Prior to the 1990s the Florida Keys sponge community was a lively underwater city for fish and invertebrates. Curious divers could hear the snap, crackle and pop of snapping shrimp. The noisy bottom was a sign of health for the organisms that provide nursery habitat to juvenile marine species.
But now when divers plunge to the bottom, it’s as if the sponge community is on mute. There is no hustle and bustle of creatures foraging for their next meal, only silence.
Major phytoplankton, or algae blooms in the 1990s caused massive die-offs of the crucial species. More than 500 square miles of sponges in the Florida Keys suffered, representing an area bigger than the size of Los Angeles.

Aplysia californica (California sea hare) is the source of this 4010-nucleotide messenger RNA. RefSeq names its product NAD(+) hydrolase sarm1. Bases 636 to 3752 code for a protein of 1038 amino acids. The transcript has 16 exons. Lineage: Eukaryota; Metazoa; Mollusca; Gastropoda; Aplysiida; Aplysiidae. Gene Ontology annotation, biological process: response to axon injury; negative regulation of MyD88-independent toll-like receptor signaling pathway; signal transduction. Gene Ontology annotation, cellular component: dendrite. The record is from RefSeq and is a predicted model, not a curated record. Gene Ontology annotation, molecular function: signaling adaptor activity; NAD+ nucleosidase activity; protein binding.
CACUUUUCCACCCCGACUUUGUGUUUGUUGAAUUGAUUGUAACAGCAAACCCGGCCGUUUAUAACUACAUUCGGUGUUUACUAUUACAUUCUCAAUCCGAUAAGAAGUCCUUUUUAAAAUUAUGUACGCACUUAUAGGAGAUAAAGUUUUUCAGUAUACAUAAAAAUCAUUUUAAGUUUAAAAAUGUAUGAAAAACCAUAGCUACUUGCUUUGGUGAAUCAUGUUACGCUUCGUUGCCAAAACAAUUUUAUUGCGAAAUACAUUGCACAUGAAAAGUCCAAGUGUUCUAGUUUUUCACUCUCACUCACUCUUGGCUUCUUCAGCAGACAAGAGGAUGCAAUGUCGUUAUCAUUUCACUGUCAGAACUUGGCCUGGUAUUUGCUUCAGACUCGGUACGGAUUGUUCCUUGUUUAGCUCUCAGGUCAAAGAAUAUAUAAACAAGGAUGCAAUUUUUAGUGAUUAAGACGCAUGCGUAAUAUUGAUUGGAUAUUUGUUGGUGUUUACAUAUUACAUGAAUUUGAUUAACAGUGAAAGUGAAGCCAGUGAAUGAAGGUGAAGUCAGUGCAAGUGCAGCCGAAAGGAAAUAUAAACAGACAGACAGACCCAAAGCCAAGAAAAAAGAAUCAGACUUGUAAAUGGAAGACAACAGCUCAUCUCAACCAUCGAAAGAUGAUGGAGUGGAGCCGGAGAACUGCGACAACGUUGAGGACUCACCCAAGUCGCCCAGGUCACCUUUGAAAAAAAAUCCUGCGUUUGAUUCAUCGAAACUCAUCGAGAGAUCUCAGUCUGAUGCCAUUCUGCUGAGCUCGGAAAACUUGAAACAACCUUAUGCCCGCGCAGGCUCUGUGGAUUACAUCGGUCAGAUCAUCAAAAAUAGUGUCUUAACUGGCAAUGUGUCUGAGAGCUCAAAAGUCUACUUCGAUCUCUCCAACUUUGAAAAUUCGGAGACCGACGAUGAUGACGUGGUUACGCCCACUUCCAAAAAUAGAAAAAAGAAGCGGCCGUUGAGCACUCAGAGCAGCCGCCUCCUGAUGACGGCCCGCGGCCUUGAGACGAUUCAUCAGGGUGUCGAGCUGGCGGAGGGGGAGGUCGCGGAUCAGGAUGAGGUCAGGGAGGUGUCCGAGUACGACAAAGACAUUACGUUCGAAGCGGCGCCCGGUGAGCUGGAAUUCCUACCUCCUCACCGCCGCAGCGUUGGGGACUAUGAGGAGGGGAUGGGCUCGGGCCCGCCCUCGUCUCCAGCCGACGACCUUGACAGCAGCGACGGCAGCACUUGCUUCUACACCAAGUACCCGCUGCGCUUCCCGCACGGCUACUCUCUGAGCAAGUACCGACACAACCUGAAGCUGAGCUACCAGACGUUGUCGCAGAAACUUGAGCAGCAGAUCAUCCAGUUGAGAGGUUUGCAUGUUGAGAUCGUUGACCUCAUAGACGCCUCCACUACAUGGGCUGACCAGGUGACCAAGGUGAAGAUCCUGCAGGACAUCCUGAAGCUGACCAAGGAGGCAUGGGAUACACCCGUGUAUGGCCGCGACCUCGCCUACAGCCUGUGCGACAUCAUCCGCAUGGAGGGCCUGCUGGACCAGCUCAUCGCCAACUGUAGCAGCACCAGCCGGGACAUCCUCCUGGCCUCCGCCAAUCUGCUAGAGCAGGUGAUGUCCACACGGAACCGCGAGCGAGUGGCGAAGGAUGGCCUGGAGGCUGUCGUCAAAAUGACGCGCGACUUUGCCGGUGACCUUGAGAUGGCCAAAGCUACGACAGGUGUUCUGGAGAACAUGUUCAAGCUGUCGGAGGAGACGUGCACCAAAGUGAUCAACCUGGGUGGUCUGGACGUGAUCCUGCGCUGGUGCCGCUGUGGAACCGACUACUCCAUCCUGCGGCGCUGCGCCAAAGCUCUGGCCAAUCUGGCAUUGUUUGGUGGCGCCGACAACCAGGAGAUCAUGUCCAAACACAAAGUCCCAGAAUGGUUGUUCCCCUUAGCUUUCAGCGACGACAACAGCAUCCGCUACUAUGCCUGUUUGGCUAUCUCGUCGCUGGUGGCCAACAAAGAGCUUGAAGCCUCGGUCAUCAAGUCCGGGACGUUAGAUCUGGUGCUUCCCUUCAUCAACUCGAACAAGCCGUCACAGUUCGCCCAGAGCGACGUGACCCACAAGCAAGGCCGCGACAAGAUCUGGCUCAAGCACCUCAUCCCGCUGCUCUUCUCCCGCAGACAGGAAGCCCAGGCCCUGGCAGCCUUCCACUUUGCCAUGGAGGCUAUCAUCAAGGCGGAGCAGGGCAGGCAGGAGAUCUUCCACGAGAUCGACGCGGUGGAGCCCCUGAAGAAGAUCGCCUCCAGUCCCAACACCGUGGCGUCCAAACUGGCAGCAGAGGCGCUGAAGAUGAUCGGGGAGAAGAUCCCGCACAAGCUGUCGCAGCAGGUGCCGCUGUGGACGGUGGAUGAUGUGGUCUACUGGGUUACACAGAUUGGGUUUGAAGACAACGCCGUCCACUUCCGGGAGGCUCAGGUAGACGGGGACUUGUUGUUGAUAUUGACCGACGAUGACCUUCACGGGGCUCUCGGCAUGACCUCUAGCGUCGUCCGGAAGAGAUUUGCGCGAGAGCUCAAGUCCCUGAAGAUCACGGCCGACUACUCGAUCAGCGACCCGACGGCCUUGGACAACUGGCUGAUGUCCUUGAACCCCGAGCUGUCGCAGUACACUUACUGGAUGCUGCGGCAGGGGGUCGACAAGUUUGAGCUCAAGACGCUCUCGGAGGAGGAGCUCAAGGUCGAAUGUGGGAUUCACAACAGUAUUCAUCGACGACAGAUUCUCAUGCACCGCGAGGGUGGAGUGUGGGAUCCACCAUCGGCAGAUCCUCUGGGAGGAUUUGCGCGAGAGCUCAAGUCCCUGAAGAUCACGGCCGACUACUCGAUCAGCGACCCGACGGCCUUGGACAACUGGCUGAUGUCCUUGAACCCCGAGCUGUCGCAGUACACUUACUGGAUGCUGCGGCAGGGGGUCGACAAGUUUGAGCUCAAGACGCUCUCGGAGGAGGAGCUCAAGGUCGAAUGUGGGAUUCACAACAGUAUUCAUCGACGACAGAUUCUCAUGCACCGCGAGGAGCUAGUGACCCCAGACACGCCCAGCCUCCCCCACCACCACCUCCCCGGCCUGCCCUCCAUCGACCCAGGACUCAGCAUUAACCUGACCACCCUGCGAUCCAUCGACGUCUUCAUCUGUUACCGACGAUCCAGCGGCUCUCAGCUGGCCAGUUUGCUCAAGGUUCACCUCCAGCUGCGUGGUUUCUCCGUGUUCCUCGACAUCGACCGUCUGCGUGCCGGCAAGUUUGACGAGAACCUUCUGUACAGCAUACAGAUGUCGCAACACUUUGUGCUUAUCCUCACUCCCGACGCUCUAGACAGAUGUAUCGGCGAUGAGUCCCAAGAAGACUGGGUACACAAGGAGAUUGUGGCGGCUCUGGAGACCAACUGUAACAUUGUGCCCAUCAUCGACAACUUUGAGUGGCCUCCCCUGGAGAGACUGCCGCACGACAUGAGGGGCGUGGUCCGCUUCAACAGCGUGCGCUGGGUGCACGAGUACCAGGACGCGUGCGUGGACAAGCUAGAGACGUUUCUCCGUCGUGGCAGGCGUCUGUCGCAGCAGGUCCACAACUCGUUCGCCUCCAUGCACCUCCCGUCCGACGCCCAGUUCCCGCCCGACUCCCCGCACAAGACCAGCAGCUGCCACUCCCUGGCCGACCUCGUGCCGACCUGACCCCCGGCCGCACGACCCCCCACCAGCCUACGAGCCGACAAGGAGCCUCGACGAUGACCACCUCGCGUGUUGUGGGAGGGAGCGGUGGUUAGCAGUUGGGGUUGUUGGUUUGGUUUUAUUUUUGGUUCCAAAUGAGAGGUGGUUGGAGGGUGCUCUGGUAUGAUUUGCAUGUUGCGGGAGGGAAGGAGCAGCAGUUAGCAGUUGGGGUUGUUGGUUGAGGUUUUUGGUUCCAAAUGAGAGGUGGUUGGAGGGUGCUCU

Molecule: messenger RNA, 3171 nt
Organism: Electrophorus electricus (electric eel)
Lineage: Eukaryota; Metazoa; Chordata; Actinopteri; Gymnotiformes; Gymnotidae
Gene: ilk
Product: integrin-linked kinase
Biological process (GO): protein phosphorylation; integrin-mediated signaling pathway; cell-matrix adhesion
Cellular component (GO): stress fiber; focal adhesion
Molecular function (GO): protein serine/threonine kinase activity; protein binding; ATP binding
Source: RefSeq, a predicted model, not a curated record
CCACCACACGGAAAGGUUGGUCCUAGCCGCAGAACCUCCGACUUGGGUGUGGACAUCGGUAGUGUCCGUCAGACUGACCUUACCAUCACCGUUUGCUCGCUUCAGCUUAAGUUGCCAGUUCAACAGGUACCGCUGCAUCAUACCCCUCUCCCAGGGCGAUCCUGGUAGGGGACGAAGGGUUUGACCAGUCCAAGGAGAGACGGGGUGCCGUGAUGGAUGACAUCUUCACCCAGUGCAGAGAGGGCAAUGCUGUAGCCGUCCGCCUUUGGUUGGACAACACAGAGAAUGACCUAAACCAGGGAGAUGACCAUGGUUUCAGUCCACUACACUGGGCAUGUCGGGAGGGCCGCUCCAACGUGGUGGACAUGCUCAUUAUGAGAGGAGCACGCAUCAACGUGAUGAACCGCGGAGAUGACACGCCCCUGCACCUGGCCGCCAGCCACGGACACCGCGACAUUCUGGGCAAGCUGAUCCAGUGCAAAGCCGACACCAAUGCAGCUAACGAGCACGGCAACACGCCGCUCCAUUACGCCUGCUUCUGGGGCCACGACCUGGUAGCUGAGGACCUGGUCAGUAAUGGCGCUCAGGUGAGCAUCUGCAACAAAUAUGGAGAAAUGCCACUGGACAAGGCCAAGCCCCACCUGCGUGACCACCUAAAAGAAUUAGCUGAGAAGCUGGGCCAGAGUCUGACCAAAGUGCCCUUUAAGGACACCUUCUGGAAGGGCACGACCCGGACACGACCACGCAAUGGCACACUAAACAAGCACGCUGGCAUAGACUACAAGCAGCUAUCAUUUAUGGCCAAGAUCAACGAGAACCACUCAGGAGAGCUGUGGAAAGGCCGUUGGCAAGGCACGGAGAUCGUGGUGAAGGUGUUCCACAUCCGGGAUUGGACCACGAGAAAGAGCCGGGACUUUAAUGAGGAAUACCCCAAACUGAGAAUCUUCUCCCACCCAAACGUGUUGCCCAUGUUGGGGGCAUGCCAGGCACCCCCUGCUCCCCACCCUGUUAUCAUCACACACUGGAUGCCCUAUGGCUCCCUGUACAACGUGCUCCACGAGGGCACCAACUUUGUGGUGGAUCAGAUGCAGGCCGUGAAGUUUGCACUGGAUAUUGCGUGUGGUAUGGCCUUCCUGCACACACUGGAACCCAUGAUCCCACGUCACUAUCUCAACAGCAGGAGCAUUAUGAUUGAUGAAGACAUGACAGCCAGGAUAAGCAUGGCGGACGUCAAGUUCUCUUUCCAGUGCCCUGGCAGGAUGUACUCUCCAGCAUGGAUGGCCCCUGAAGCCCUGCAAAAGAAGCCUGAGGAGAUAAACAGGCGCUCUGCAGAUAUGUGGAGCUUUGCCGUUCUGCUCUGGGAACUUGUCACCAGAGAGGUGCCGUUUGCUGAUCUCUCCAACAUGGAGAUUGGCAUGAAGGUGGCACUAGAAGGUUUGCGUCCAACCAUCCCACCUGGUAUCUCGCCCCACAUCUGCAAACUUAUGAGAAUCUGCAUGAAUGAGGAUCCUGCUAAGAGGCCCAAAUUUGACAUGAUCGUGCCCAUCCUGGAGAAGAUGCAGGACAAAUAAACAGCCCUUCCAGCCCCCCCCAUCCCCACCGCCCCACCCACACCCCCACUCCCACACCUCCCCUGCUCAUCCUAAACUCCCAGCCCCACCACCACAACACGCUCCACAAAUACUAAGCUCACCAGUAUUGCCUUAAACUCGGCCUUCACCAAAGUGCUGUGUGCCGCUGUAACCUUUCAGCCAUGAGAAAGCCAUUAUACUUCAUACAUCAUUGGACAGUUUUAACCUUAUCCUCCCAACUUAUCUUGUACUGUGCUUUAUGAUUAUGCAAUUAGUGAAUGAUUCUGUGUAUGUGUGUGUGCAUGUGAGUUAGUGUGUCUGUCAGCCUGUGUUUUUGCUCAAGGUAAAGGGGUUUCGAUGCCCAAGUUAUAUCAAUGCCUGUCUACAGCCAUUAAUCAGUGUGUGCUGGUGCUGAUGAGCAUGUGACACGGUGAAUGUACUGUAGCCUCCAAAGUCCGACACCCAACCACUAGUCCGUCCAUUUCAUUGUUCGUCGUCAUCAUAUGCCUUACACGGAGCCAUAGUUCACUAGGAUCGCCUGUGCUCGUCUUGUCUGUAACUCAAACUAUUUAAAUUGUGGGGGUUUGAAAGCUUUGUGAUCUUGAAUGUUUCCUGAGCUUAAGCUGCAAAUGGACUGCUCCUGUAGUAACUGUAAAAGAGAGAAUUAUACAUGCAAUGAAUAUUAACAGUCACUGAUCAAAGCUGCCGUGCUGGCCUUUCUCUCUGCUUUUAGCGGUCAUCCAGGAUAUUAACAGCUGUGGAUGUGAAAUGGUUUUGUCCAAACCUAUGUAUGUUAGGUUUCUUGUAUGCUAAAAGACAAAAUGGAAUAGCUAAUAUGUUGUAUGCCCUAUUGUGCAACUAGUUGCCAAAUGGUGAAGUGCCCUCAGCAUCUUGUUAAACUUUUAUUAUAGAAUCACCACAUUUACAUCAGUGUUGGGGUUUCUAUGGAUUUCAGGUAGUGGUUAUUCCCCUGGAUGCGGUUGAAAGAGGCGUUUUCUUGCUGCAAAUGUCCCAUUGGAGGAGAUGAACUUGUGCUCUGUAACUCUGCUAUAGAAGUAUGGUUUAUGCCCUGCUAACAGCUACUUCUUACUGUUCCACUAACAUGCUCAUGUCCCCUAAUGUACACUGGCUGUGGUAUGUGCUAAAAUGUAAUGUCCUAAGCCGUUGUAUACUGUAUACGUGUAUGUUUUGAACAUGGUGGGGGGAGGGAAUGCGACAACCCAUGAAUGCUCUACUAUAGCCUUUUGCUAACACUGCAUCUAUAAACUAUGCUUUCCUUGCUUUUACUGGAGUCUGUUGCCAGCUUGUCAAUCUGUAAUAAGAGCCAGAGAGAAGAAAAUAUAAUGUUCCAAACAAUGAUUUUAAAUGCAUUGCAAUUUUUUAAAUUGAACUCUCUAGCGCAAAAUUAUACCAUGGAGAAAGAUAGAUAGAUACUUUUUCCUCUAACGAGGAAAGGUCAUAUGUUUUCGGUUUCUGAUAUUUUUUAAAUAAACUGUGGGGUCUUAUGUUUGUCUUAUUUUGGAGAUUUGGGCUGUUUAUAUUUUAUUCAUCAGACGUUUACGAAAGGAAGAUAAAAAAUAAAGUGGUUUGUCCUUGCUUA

Because these sponges are a foundation species, their losses are having severe impacts on the ecosystems they support. A team of researchers, however, is testing transplant techniques to restore the community before it is too late.
Researchers at the University of Florida and Old Dominion University, along with more than 40 volunteers from around the world have joined together for an ecosystem intervention. John Stevely, a sponge researcher and Florida Sea Grant agent emeritus, said transplanting sponge cuttings is a way to speed up nature so the ecosystem doesn’t reach a point of no return.
For more information, visit: https://www.flseagrant.org